Coase's Penguin and Crowdsourcing

A few weeks ago there was a reading group discussion at SI about a couple of articles on Cyberwork. I wasn’t able to attend, but I did read the articles and they got me thinking about the interrelations between work, education, and the internet. I started to discuss this in my last post on the ‘just give them more education’ canard that surrounds so much discussion about outsourcing and offshoring jobs.

The articles up for discussion were Yochai Benkler’s essay “Coase’s Penguing, or, Linux and the Nature of the Firm”, “[The Rise of Crowdsourcing]()” by Jeff Howe, and “AI gets a Brain: New Technology allows software to tap real human intelligence” by Jeff Bar and Luis Felipe Cabrera.

I’ll begin with Benkler. His article is by far the deepest of the three and the arguments I sketch below are just a portion of what he has to say. According to Benkler there are three different conceptions or models of production in the world today:

  • The first is the market. It makes decisions by allocating resources based on the prices people are willing to pay. In many cases this is a highly efficient way to aggregate a lot of information from many different sources.
  • The second is the firm. This comes directly form Coase’s theory of the firm. Coase asked the question, if the market is so efficient then why do people bother to form firms or companies? The answer is that sometimes the market is inefficient and the firm can overcome that inefficiency by making it easier to share information or a management structure.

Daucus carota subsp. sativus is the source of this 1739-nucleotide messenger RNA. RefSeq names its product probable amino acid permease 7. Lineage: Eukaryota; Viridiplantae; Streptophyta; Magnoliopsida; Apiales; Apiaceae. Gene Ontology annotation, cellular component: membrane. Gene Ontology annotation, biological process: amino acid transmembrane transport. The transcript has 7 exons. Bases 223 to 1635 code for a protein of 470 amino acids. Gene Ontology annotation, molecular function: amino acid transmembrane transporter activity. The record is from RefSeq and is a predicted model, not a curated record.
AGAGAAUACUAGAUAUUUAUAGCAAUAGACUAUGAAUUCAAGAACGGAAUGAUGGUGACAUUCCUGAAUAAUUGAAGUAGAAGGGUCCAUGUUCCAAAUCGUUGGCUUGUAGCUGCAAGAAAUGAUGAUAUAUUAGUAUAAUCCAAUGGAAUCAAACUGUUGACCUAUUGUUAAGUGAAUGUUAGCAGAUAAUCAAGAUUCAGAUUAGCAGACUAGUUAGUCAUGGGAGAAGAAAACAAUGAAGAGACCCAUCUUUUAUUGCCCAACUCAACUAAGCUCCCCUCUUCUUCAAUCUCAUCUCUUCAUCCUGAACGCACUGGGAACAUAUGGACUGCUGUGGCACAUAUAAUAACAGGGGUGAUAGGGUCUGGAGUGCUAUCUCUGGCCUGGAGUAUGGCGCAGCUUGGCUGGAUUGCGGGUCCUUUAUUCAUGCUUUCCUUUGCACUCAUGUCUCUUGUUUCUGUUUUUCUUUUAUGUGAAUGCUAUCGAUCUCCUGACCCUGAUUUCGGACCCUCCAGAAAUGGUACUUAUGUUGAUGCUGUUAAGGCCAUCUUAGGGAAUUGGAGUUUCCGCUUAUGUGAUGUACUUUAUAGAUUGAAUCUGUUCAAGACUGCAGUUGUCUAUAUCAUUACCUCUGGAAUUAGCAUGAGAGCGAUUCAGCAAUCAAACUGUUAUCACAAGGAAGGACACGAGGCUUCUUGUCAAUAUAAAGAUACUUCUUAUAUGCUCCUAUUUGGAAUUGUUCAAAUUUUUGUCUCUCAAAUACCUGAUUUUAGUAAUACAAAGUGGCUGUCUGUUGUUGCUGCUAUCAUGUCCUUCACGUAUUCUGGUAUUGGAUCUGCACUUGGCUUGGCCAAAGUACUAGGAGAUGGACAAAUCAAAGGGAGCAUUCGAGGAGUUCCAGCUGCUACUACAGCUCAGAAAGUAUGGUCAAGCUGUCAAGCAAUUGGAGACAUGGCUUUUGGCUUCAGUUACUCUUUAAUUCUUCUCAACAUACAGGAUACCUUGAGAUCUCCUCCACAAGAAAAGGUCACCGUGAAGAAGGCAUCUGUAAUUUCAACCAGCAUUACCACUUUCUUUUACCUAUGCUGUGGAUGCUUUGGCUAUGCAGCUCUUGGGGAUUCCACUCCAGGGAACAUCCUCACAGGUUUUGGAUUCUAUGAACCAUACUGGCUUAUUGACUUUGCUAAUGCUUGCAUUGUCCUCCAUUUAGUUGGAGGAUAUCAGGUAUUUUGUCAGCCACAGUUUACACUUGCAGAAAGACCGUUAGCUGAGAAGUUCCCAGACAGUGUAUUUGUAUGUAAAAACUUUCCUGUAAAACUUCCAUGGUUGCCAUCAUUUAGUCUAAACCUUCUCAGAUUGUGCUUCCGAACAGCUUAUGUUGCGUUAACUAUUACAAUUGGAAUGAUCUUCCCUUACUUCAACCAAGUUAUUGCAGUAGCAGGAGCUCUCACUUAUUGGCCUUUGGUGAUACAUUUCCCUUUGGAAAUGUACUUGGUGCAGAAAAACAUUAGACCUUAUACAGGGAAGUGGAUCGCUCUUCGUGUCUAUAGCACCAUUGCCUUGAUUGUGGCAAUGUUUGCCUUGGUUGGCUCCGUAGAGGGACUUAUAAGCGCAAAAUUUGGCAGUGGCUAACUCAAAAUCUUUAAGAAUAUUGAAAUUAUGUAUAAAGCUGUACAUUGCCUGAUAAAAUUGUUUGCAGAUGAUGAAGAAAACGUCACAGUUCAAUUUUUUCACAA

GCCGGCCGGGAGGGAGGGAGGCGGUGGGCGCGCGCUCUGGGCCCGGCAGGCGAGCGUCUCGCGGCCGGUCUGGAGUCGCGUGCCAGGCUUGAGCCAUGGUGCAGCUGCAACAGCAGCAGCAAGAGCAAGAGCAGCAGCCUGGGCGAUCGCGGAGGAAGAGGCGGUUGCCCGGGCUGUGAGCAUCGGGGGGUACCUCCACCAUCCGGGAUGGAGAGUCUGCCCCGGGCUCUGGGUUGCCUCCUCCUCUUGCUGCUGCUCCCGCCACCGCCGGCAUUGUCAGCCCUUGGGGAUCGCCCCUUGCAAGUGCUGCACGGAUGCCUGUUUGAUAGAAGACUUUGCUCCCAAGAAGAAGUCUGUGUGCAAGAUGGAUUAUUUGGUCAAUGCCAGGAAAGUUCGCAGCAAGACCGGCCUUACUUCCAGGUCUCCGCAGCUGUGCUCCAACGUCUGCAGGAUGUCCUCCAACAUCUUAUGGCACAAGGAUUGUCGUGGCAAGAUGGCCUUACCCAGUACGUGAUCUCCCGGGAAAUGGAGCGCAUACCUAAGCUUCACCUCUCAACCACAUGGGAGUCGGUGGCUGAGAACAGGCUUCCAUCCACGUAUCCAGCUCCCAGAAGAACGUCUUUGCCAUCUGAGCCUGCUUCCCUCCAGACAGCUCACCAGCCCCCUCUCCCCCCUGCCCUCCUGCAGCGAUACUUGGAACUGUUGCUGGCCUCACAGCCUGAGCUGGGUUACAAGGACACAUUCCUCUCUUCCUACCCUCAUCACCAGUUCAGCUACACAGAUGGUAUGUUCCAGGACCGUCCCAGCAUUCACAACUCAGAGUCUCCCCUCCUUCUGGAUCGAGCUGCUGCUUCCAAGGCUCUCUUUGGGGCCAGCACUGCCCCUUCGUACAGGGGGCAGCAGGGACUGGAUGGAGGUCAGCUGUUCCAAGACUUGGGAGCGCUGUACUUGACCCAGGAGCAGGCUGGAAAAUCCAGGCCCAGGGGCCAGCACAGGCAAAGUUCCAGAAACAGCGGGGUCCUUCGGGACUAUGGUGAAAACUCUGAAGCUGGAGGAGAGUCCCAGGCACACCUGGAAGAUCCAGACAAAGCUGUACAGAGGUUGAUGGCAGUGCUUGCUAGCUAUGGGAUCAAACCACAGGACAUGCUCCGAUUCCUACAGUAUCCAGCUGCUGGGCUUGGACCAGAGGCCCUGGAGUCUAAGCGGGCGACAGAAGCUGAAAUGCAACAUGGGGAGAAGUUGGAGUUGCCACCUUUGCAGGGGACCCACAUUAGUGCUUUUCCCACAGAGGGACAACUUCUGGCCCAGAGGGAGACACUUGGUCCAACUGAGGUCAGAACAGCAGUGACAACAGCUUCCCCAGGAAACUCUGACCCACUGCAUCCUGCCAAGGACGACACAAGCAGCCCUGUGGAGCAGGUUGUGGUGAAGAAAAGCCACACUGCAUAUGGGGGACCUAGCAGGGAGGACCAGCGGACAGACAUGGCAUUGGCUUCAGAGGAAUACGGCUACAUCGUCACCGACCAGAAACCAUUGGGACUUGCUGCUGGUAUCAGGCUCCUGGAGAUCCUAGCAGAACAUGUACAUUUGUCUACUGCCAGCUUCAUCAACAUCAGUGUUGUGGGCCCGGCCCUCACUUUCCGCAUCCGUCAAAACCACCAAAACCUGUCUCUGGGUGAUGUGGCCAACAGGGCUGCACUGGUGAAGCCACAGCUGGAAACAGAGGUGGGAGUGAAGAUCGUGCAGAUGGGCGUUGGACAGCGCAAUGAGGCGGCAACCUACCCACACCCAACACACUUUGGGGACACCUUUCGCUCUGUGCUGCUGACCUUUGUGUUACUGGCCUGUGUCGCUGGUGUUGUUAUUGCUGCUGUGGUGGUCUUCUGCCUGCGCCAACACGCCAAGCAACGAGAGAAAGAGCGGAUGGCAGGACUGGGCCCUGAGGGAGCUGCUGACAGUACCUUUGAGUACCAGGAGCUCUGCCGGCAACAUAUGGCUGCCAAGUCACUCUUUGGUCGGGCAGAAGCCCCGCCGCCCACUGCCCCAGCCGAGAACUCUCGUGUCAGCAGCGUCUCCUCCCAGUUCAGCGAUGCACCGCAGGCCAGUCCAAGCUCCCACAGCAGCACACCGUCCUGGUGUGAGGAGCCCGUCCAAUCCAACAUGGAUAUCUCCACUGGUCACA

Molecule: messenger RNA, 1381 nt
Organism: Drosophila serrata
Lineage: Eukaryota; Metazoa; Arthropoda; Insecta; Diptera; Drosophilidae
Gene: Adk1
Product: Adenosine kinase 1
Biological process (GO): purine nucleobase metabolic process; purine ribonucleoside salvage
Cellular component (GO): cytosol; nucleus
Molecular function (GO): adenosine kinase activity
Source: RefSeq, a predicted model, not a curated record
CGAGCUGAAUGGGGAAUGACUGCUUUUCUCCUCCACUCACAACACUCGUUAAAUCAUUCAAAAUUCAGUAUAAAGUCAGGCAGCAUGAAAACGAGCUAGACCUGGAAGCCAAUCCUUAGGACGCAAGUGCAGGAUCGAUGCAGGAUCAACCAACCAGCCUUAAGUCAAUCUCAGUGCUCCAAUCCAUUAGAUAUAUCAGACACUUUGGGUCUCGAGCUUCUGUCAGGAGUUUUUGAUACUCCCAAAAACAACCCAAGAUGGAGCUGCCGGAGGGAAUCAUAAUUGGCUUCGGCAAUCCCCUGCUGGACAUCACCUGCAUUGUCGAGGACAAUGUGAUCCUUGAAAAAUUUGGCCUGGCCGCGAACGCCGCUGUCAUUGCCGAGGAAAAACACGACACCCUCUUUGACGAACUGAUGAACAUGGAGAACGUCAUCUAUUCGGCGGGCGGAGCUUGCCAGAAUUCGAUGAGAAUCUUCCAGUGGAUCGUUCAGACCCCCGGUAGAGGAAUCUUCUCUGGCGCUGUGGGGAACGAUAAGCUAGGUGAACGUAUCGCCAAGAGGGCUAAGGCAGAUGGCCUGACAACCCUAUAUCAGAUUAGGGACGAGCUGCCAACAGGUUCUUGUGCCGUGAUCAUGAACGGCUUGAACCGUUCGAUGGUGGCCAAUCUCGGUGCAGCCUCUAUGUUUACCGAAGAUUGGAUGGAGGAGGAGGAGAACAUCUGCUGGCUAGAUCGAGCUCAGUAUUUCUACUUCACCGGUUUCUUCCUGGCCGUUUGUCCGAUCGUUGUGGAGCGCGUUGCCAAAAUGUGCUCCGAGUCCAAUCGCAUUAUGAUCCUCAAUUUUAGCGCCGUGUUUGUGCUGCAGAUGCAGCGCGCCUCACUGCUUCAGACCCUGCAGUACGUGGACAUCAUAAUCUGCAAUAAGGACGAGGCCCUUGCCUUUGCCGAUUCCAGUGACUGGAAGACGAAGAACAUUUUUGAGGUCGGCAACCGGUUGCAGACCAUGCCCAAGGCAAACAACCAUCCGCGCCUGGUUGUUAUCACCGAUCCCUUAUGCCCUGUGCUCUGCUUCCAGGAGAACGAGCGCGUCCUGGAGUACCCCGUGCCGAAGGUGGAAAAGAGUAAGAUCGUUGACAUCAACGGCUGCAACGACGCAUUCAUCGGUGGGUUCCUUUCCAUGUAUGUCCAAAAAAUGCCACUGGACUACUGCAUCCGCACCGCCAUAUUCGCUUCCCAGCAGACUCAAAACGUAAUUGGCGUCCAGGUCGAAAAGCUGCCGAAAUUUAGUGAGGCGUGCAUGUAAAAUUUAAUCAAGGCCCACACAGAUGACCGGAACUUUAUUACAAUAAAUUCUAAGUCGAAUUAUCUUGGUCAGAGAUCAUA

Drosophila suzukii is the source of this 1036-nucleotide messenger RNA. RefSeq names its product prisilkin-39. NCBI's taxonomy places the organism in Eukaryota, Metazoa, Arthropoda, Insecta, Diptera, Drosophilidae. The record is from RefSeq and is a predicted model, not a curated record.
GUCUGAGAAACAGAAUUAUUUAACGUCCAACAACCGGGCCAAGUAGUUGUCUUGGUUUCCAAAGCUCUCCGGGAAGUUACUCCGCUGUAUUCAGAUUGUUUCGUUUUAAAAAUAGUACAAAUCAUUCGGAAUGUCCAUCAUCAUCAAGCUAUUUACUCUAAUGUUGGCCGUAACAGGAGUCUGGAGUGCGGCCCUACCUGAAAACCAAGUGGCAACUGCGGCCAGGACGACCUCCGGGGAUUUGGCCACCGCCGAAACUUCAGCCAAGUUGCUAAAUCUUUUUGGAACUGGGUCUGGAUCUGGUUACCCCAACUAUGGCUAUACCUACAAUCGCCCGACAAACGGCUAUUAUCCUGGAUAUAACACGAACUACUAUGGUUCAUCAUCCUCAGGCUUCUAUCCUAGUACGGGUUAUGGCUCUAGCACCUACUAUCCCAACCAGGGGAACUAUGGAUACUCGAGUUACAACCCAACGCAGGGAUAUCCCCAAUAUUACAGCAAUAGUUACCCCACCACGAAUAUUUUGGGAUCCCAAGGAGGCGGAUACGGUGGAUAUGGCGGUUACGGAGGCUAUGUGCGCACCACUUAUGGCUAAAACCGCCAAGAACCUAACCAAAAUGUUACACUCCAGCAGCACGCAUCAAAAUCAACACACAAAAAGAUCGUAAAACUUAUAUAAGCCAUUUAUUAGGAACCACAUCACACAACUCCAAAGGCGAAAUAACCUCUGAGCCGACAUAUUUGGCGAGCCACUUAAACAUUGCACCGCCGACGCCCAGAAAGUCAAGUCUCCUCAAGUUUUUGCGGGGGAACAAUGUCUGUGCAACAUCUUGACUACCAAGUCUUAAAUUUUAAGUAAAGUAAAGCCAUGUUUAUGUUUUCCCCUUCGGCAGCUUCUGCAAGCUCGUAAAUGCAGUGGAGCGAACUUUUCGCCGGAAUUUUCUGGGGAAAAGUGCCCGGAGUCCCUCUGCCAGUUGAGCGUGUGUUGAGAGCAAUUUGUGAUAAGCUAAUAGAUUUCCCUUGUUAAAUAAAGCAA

• The third is a new form, proposed by Benkler, called ‘peer production’. His primary example is Linux. In this example the work is done by a highly distributed group of people, a group that doesn’t function like a traditional business, nor a traditional marketplace. Instead it is in between the two, relying on cooperation to coordinate activity and production.

Before the creation of ubiquitous and cheap networks, such as the internet, it was difficult for people to organize collective endeavors such as Linux. The rise of the network enables this new form of peer production to occur. Peer production, in turn, offers an alternative to the two predominant forms of capitalist economic organization, markets and firms, that have dominated the twentieth century. Benkler has written an entire book on the subject, The Wealth of Networks.

The Wired article describes crowdsourcing as the next step after outsourcing.

All these companies grew up in the Internet age and were designed to take advantage of the networked world. But now the productive potential of millions of plugged-in enthusiasts is attracting the attention of old-line businesses, too. For the last decade or so, companies have been looking overseas, to India or China, for cheap labor. But now it doesn’t matter where the laborers are – they might be down the block, they might be in Indonesia – as long as they are connected to the network.

Technological advances in everything from product design software to digital video cameras are breaking down the cost barriers that once separated amateurs from professionals. Hobbyists, part-timers, and dabblers suddenly have a market for their efforts, as smart companies in industries as disparate as pharmaceuticals and television discover ways to tap the latent talent of the crowd. The labor isn’t always free, but it costs a lot less than paying traditional employees. It’s not outsourcing; it’s crowdsourcing.